A basic exploration of the appearance, behaviors, and origins of elves, the bad-tempered or helpful magical creatures known for their tricks or know-how. Also included is a story from folklore about an elf family that helped a farmer.
Part of the Amazing Mysteries series
From gruesome ghouls to elusive Bigfoot, mythical creatures continue to capture the imaginations of human beings around the world. Appealing to fans of the paranormal and unexplained, this series explores the legendary hold such Amazing Mysteries have over us and examines what is known or supposed about the origins, physical features, motivations, and dwellings of fabled creatures. Each volume also includes a folk tale about a legendary encounter with the creature.
How does Bigfoot communicate? Where do elves live? How do fairies party? Interested readers will learn the answers to questions they never thought to ask in this fact-filled series. Each creature has their roots traced back to their mythological origin story. Global belief and appearances are shared alongside historical and modern illustrations. When possible, photographic evidence is shared such as plaster casts of Bigfoot’s feet. The books move beyond the typical Western understanding of these myths and introduce readers to the Aziza, West African fairies that live in anthills, and the si’lwah, an ancient Arabian shapeshifting ghoul. While there is no glossary, vocabulary words can be found at the bottom of each page and contain some words that are sure to expand readers’ vocabulary. VERDICT An entertaining gateway into world culture and mythology. A great pick for reluctant readers.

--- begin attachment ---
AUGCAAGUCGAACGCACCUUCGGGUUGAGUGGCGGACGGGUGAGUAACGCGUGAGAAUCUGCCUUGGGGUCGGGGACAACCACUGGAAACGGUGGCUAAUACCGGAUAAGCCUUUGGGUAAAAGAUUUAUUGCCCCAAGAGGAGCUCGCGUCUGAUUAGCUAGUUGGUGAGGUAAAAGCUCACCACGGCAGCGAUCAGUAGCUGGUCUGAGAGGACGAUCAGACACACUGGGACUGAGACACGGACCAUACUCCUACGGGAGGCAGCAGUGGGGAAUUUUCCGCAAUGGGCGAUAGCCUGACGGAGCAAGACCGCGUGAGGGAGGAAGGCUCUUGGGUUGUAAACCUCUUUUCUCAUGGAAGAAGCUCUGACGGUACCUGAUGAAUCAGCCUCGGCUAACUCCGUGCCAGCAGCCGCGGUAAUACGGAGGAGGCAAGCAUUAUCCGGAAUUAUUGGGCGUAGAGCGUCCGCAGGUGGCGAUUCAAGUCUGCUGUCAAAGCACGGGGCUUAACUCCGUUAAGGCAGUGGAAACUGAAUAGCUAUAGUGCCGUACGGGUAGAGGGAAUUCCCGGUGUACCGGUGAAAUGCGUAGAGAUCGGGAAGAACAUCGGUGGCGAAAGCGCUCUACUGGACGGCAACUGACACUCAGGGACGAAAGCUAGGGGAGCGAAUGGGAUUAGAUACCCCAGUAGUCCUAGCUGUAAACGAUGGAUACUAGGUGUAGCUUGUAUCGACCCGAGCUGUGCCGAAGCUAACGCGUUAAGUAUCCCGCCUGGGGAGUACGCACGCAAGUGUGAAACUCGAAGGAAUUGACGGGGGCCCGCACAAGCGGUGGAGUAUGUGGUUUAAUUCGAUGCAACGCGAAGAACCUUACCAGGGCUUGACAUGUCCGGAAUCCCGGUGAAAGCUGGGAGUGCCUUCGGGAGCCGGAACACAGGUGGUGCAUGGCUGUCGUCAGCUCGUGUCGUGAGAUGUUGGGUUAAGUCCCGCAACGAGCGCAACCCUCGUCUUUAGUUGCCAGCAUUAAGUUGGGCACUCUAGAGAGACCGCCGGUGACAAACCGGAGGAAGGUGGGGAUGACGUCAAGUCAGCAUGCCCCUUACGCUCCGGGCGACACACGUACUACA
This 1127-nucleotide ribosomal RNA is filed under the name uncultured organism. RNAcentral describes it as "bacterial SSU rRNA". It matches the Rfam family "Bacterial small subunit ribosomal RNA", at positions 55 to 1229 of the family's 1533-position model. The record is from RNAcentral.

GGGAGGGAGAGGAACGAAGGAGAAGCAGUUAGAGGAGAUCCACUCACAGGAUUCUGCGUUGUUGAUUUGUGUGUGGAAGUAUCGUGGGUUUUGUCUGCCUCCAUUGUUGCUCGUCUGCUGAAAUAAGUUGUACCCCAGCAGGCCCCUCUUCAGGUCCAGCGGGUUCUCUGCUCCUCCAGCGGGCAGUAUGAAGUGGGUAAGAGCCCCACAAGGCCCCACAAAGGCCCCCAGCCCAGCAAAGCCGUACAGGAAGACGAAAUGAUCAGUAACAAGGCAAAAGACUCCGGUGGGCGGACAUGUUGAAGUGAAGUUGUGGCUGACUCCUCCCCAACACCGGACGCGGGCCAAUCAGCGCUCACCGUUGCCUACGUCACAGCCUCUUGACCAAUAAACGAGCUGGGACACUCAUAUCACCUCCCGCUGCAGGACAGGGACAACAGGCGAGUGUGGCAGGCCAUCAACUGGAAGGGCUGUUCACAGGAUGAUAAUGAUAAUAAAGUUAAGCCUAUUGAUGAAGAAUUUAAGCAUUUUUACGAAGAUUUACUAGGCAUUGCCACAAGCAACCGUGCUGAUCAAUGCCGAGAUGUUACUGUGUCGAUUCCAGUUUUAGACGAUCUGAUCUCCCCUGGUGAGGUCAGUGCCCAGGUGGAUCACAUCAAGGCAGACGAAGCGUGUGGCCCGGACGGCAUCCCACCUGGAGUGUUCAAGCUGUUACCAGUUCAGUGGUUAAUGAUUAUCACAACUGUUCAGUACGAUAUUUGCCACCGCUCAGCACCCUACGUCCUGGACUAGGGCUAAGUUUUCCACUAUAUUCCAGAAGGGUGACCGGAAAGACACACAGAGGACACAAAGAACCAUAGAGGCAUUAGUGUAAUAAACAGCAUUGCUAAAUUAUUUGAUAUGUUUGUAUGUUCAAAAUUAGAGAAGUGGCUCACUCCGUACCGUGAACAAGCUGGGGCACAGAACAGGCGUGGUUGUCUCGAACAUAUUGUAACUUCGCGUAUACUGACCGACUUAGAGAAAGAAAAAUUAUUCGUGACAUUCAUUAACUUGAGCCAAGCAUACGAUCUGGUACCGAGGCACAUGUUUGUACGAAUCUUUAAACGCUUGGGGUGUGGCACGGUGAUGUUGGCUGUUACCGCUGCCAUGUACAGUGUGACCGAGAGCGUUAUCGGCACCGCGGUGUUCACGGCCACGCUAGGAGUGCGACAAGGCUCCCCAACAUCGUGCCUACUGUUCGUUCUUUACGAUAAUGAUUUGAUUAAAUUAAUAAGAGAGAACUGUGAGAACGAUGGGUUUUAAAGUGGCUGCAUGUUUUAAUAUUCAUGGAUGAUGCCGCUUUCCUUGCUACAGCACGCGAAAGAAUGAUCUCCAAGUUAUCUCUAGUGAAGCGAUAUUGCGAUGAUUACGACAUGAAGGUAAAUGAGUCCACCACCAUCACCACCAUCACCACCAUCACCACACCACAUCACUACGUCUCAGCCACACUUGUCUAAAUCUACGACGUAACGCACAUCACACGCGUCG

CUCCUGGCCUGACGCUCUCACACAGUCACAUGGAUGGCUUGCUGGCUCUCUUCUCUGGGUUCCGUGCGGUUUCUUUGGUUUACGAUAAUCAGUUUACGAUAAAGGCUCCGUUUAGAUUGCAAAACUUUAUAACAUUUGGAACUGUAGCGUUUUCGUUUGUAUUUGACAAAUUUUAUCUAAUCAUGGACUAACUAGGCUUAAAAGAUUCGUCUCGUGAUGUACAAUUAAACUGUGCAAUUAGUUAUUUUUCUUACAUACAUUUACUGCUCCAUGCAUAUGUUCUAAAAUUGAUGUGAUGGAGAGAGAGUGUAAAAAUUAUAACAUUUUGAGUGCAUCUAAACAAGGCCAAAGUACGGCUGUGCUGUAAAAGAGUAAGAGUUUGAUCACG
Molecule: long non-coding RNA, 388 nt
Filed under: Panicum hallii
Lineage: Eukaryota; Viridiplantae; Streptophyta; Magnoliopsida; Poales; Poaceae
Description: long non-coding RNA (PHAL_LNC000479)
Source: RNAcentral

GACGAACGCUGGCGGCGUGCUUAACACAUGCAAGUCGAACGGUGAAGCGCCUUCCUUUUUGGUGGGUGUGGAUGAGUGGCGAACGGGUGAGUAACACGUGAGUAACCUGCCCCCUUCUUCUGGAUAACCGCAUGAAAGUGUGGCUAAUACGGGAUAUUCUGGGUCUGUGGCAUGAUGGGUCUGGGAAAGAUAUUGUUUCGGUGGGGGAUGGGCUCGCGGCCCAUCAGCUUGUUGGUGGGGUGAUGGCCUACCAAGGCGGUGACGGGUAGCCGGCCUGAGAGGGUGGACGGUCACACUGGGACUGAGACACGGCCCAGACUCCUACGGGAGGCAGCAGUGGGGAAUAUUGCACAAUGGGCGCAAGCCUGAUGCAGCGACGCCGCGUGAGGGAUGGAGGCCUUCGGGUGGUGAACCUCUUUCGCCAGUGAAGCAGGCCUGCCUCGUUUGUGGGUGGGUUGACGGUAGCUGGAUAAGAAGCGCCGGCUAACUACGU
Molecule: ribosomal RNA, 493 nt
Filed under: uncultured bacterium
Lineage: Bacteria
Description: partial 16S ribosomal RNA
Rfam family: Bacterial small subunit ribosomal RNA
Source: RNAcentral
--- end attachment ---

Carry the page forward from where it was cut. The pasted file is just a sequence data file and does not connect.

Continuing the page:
–School Library Journal, 04/01/2022
Stories of elves span the globe, and the traits of these fabled creatures are as varied as the cultures in which the tales originated. While some elves are believed to be mischief-makers, others are thought of as protectors. For example, the ellefolk of Denmark can cause sickness in cattle, and elves in Germany have the power to instill bad dreams; however, elves in Uganda and Scotland are kind and their magic protects babies. The legendary hold elves have on humans is explored through elf folklore in countries such as Norway, Iceland, Canada, and more. The cover photograph featuring striped tights and green curly-toed slippers epitomizes a modern-day depiction of elves and will be easily recognizable to the target audience. Furthermore, the 1823 poem which became popularly known as “Twas the Night Before Christmas,” and the accompanying illustration of Santa Claus, will appeal to young readers; whereas the photograph from “The Lord of the Rings” provides a popular culture example familiar to older children. Additional resources and websites offering fun facts and games delivers a satisfying conclusion to the “Amazing Mysteries” title.
–Children's Literature, 08/05/2022